Enhancing the Authorizing Environment:  When the agency and its activities are legitimated and supported by key stakeholders, other members of the human services community, the media, and the general public, the authorizing environment – the incorporating environment – is agency friendly. The agency has substantial authorization to effectively address key issues and to take advantage of excellence opportunities. A commonly asked question is, How much authorization is needed to move forward? Fortunately or unfortunately, the answer is, Enough. Accurately and consistently gauging how much authorization is enough is a core skill distinguishing traditional managers from the new leadership. This leadership requires a sustained effort to build individual relationships with all authorizing stakeholders. Leaders constantly assess the authorizing environment, assure stakeholders have accurate and complete information, and attend carefully to changing needs and interests.

Leadership also requires risk-taking. Leaders must know when to move forward and when to consolidate past advances before moving forward. They have to carefully assess how much pressure the environment can productively tolerate, internally and externally. They then maintain the vital level of pressure needed to support the new adaptation, no more, no less.

This is not especially difficult or risky, if the leader never makes mistakes, never confronts controversial issues, never makes unpopular decisions, never disappoints influential people, and never pursues change faster or in directions that cause discomfort. Under those restraints, the authorizing environment would be quite stable.

If, instead, the leader does make occasional mistakes, does irritate and frustrate people at times, and does make unpopular decisions and take controversial actions, the authorizing environment can become very volatile. At those times, the leader must draw on authorization reserves. Along with authorization when things are going well, leaders must maintain authorization reserves for the more difficult times that inevitably come. This means continuous enhancement of the authorizing environment is not only a good idea, it is required just to stay even.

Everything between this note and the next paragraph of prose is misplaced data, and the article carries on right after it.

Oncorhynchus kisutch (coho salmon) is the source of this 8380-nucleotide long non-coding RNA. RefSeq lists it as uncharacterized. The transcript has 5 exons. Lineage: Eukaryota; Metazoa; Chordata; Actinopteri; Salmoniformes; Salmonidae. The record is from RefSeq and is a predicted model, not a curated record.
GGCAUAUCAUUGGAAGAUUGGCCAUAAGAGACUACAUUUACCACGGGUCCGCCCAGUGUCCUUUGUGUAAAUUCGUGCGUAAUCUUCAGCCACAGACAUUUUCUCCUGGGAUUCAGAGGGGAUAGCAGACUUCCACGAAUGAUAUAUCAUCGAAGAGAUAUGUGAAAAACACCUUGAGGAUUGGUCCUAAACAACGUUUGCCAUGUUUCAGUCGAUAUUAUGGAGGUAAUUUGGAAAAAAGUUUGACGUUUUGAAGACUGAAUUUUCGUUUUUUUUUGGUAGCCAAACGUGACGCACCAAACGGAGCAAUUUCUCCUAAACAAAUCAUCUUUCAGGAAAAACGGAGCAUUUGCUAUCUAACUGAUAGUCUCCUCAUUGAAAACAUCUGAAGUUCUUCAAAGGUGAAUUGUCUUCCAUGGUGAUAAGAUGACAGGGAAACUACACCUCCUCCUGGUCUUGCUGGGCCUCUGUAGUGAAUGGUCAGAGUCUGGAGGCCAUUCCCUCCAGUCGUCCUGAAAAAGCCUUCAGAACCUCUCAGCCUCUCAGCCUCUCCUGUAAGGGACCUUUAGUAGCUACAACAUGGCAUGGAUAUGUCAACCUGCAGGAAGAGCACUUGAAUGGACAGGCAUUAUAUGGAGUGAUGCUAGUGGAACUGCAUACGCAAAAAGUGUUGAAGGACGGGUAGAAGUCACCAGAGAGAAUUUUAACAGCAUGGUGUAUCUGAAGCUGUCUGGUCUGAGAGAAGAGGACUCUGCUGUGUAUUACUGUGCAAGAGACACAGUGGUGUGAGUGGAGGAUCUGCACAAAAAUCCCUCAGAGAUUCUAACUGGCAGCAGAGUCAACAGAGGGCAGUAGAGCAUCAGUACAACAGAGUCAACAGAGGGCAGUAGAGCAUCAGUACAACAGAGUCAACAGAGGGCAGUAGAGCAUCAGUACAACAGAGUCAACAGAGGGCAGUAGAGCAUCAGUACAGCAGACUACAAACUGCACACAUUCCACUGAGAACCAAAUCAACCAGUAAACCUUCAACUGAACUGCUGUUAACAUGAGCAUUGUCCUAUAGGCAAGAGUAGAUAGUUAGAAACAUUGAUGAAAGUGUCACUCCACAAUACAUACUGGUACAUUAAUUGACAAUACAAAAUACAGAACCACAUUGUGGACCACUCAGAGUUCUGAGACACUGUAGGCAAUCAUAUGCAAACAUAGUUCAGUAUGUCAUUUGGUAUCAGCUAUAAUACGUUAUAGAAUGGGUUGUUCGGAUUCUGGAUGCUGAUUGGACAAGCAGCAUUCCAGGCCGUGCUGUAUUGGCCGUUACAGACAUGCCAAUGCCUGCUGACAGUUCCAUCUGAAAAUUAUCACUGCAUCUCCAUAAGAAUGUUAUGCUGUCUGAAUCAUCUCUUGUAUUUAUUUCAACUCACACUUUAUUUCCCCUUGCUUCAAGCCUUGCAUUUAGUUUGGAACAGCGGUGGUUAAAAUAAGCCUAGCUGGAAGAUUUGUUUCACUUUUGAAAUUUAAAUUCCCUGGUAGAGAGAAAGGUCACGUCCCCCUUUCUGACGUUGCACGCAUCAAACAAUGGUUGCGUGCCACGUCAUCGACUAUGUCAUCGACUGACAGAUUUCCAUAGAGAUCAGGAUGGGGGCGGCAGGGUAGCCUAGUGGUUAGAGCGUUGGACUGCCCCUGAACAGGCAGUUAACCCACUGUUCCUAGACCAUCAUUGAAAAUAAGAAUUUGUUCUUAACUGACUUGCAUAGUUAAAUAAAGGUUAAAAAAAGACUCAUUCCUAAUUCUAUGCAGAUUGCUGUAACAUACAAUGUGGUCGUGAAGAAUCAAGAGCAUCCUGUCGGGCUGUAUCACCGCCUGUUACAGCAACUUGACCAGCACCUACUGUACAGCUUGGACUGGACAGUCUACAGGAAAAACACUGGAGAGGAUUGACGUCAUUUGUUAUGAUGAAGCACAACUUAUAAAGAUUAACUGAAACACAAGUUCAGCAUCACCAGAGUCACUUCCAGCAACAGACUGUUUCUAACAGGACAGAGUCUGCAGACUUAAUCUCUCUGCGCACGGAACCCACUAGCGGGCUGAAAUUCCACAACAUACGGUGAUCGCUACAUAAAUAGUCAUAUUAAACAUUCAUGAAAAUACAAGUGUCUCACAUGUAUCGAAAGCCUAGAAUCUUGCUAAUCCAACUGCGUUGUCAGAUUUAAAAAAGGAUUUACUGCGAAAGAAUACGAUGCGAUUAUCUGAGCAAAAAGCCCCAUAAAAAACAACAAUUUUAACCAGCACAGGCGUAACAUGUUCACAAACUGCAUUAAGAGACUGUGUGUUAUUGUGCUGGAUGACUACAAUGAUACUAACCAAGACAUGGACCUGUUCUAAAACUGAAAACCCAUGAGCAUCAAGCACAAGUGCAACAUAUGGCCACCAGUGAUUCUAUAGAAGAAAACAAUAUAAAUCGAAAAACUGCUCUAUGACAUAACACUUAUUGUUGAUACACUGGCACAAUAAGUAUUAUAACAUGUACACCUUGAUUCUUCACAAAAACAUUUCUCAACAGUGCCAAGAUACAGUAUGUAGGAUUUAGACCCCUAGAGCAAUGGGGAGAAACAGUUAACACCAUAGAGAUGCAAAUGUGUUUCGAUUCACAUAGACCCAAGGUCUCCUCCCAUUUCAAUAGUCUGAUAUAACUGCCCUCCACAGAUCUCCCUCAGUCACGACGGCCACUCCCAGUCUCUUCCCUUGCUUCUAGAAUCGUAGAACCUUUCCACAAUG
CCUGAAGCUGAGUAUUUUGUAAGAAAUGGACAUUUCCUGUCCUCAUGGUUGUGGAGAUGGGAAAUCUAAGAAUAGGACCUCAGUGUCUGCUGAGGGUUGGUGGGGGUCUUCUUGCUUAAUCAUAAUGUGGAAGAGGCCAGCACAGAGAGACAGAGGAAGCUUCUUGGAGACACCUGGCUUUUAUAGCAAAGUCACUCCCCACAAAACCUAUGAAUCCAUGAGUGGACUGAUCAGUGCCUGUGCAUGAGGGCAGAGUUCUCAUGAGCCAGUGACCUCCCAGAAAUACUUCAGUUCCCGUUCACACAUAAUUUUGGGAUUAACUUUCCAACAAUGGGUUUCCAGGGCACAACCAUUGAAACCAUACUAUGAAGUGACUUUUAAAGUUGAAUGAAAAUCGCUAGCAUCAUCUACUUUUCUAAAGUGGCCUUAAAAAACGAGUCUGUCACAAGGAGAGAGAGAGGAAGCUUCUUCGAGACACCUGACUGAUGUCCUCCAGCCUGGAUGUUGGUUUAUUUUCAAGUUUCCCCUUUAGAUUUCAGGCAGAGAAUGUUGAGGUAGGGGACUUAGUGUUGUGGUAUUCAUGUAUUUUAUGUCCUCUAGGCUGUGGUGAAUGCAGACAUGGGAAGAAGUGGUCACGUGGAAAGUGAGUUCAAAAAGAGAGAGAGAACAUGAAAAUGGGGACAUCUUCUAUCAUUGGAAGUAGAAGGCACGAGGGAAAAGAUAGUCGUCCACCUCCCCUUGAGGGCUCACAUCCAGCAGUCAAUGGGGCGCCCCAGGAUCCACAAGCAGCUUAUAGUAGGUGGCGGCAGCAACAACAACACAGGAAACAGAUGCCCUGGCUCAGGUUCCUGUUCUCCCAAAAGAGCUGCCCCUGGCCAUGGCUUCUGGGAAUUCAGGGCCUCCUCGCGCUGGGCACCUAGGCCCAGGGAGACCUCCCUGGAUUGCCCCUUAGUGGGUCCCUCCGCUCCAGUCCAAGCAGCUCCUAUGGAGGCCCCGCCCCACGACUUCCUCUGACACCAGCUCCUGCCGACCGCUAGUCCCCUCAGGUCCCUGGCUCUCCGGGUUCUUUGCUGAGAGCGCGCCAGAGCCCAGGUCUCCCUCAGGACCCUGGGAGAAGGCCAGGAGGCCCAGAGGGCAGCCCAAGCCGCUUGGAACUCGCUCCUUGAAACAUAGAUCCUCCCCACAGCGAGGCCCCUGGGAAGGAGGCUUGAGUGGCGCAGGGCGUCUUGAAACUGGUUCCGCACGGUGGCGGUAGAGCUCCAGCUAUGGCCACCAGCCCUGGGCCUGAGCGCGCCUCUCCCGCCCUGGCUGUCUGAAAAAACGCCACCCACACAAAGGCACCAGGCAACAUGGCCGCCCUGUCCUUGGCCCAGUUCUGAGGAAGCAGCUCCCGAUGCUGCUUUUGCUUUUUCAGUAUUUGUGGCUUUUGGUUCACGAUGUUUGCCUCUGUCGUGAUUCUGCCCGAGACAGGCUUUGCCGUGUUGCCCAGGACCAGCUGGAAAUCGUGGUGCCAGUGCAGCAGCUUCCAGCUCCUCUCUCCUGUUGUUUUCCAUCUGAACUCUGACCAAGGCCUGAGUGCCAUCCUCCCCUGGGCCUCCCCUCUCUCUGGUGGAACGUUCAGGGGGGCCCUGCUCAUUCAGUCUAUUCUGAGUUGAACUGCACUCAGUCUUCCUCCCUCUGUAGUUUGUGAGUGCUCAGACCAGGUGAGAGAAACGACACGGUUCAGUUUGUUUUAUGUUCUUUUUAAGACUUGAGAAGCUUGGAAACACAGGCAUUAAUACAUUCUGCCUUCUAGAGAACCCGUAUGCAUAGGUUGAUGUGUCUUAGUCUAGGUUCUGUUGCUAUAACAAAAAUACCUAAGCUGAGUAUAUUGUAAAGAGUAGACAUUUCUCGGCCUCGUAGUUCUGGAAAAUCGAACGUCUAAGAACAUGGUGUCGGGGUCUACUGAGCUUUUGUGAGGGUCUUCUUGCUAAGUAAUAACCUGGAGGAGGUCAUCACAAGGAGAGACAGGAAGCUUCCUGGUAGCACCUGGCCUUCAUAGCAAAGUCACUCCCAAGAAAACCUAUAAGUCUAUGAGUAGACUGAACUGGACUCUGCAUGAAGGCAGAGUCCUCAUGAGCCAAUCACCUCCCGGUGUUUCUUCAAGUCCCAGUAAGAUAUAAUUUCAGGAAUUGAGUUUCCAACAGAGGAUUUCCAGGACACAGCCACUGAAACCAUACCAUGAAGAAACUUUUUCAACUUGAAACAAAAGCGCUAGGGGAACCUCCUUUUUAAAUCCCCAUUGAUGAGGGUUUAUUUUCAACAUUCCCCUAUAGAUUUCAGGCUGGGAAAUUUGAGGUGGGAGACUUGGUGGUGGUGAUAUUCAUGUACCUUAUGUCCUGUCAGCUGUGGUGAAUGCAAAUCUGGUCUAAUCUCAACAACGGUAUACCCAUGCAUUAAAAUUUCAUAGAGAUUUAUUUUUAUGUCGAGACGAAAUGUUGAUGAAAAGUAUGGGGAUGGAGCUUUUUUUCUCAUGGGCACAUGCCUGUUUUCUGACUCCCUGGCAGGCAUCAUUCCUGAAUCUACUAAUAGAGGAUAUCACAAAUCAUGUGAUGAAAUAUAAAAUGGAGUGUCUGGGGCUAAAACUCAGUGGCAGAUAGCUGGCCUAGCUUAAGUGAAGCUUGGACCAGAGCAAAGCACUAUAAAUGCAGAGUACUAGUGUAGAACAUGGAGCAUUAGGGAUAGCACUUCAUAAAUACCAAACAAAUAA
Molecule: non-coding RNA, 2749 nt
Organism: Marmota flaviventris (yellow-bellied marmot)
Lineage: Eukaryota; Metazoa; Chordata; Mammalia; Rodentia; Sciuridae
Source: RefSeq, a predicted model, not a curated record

Operational capacity building:  Operational capacity refers to the internal and external resources required to do what needs to be done. This includes enough people who have the necessary skills and competencies as well as sufficient access to needed hard and soft resources. Moreover, both internal and external people and resources are required to adequately and appropriately serve agency clients. No single agency has the internal or organizational capacity to do the job alone. It requires the collective resources and efforts of all stakeholders. Continuous capacity building is not just important; it is an essential difference between agencies that achieve excellence and those that do not.

Which is more important: value, authorization, or capacity? The reality is without value, there is no authorization. Without authorization, there is no capacity. Without capacity, the agency produces nothing of value. If nothing of value is produced, there can be no authorization.

Unless an agency’s commitment is to aggressively pursuing all three legs of the strategic triangle concurrently, the effort will fall short and the clients for whom it is responsible will not be helped. What’s more, to achieve the level of excellence agency clients deserve and must have agency leadership must be:

·       Mission-focused, understanding the agency’s mission incorporates its primary value creation potential;

·       Externally oriented, understanding although there are important internal stakeholders, the primary stakeholders in the authorizing environment are external to the agency;

·       Opportunity seeking, understanding capacity building is, in large measure, dependent on the leader’s ability to recognize and exploit opportunities to appropriate resources in the service of its clients.